#1 way to legalized theft of your savings
How ignoring spammy-looking letters in your mailbox can cost you your savings.
The convenience of paperless statements delivered to your email address has helped to avoid reduced mail and paper cuts on your fingers. But, did you know that ignoring mail that requires timed responses is the #1 way to legalized theft of your savings is to not read your mail?
Creditors send letters through the mail, as required by law when requesting payment of a debt. Debt collection requests and actions require notification by mail to the debtor as a record of notification. With the volume of mail you may receive it’s easy to ignore important communication.
I got a summons from a debt collector
Situations like this are common occurrences we encounter during seminars and calls to our office for help. Here is an example:
“Please can you help me! I tried to buy groceries and the transaction was denied. I called the bank to find out that $2000 was taken from my savings from XYZ company and I don’t know why. “
You probably have fell victim to a default judgment action. A default judgment is a situation where you were sued by a collector who told the court that they served you and you did not respond to the complaint. So the court awarded the creditor a judgement for the amount filed in the complaint. How could this have happened?
The common answer is that a letter sitting in the pile of mail you have includes a letter from a debt collector that you did not open.
For the sake of this post, the mail was in your possession, although there are situations where you did not receive the summons, and the way to reverse this action will be in a future post.
Read and understand
It is very important that you read and understand what they are claiming and the action they are prepared to take. The wording of these debt collection letters is designed to confuse, elicit doubt, and make you fearful. If you react how they want you to, you will submit payment to settle the debt, that may not be yours.
Review your credit history
After reading the debt collection letter, review your credit history. Go online and purchase your full 3 bureau credit report. You won’t be sharing your report with the company or individual who issued the letter. Its recommended that everyone review their credit history regularly to make sure it is accurate.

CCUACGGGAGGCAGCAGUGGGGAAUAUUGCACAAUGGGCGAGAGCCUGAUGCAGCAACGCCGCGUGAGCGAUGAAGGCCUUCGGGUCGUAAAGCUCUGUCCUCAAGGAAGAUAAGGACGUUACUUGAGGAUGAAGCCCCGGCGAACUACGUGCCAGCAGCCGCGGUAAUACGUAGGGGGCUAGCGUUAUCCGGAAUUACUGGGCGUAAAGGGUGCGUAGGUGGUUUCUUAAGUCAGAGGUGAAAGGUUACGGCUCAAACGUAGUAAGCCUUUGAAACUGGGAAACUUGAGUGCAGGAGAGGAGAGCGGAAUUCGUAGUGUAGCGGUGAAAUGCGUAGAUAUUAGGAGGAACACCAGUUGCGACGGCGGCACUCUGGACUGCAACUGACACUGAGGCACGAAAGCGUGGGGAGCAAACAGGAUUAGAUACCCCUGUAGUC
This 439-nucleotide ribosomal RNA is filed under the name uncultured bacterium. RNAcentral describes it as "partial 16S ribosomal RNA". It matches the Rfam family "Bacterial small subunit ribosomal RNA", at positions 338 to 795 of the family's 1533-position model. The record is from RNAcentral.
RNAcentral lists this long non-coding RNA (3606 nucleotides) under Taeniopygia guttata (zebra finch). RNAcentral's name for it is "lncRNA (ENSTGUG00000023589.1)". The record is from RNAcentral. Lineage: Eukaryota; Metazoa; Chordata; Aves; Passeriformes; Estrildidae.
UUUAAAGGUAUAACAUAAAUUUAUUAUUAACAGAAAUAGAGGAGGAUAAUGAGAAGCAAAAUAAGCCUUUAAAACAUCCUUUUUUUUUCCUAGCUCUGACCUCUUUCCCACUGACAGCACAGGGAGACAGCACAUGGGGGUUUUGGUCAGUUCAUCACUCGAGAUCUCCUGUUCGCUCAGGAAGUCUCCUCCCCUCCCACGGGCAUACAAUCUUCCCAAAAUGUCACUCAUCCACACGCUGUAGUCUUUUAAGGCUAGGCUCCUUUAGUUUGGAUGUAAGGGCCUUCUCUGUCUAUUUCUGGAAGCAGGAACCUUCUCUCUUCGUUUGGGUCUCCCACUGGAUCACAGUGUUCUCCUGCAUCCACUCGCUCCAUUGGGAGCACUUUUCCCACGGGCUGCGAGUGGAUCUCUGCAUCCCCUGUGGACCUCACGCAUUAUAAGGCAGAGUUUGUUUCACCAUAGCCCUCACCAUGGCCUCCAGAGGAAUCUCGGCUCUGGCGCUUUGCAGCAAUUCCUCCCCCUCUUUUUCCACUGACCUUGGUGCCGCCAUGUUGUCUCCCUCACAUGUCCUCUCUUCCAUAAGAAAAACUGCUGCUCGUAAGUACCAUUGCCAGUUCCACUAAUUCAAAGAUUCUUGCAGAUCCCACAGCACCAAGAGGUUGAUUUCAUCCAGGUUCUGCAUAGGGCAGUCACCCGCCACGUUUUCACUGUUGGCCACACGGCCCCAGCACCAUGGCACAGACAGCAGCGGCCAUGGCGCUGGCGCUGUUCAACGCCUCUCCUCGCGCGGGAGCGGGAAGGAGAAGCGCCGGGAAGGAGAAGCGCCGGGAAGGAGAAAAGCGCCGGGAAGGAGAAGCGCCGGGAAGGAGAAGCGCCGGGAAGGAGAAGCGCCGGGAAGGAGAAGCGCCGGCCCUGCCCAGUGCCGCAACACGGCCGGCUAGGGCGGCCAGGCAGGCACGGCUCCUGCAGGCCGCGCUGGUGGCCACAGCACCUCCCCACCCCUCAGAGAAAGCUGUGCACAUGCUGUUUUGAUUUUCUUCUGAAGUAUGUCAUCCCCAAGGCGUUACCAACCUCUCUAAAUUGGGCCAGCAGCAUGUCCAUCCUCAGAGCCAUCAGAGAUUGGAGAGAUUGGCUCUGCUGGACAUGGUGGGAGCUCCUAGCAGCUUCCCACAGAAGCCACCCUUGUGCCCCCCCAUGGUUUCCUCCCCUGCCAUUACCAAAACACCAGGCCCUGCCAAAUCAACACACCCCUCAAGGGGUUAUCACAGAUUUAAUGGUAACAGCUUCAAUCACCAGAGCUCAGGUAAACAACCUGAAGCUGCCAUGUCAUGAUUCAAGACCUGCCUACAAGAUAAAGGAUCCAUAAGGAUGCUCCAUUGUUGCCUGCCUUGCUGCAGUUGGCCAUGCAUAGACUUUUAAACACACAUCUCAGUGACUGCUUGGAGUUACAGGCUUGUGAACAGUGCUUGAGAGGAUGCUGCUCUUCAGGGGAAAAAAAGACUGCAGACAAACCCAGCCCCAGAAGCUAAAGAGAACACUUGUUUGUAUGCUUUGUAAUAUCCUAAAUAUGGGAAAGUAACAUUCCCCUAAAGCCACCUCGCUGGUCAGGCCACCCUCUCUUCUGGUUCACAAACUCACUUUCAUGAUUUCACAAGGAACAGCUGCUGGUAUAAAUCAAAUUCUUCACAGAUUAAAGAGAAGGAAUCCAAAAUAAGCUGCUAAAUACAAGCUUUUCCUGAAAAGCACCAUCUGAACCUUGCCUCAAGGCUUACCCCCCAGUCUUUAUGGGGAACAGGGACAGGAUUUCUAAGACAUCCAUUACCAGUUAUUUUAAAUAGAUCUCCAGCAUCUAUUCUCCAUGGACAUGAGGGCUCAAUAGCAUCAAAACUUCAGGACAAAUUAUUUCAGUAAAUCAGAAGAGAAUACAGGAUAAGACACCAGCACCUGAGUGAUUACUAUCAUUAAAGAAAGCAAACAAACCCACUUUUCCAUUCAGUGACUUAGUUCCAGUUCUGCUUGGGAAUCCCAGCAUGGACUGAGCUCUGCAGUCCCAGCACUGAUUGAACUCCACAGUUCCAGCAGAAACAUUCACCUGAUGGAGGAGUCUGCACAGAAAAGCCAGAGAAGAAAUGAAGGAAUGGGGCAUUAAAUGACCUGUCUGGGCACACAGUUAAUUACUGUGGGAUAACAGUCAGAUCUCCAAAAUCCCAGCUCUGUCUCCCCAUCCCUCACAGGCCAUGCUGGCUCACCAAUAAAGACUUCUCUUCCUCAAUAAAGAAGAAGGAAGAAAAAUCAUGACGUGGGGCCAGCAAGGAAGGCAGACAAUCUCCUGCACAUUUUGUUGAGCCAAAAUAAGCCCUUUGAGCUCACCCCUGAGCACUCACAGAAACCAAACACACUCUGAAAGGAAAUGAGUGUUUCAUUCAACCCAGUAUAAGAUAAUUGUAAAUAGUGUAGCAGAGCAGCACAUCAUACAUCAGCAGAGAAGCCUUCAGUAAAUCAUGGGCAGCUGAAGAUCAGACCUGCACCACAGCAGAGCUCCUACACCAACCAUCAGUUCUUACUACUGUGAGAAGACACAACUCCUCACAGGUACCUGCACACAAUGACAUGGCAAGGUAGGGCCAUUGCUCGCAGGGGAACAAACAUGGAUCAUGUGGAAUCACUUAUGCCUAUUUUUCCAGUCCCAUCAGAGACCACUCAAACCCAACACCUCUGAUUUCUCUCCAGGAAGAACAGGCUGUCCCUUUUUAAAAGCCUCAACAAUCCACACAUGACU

Here is a link to our partners at IdentityIQ, you can purchase your report here for $1.
Save and print your report to review your credit history for the amount stated in the letter.
Verification of debt collector
Verification of the collector is the #1 priority after receiving one of these letters. The first step is to Google the company that issued the letter to you. Make sure the contact information on the letterhead and online directory are the same. Although you will not be calling them, it’s good to verify their identity.
During your search, look for news in connection to the debt collector about fraud or complaints of bad practices.
Responding to a debt collection letter
There is often a grace period for you to provide a response after receipt and you must respond, even if you know that the debt isn’t yours.
Here are the demands your letter must include:
- Ask for the name, address of the original creditor.
- Name of the account holder and contact information
- Amount of debt purported to be owed
- Date it was charged off
- Was the debt assigned or purchased from the original creditor
- Have any judgments been obtained by any creditor regarding this count
- Has a 1099C been issued for this account
- Have you been retained by the original creditor as their consul?
Does this matter?
Our mission is to teach financial literacy and securing the capital you have is important. There are tons of examples of fraudulent activity around debt collection.
We had a client who received such a letter from someone claiming to be a debt collector. They claimed that they owed $2000. Unfortunately, the client did not respond by asking any of the questions we recommend. The client blindly paid the debt and guess what? After paying the amount claimed in the letter, we discovered that no such debt existed and the company name and information were faked.
Does the IRS use collection agencies.
Yes, the Internal Revenue Service uses private collection agencies to collect outstanding debt. On the IRS.gov website, you can read which companies are contracted to recover debts.
Ignoring your mail is the #1 way to legalize theft of your savings. Debt collectors are ruthless in their means and methods. Don’t give them a chance to ruin your financial future.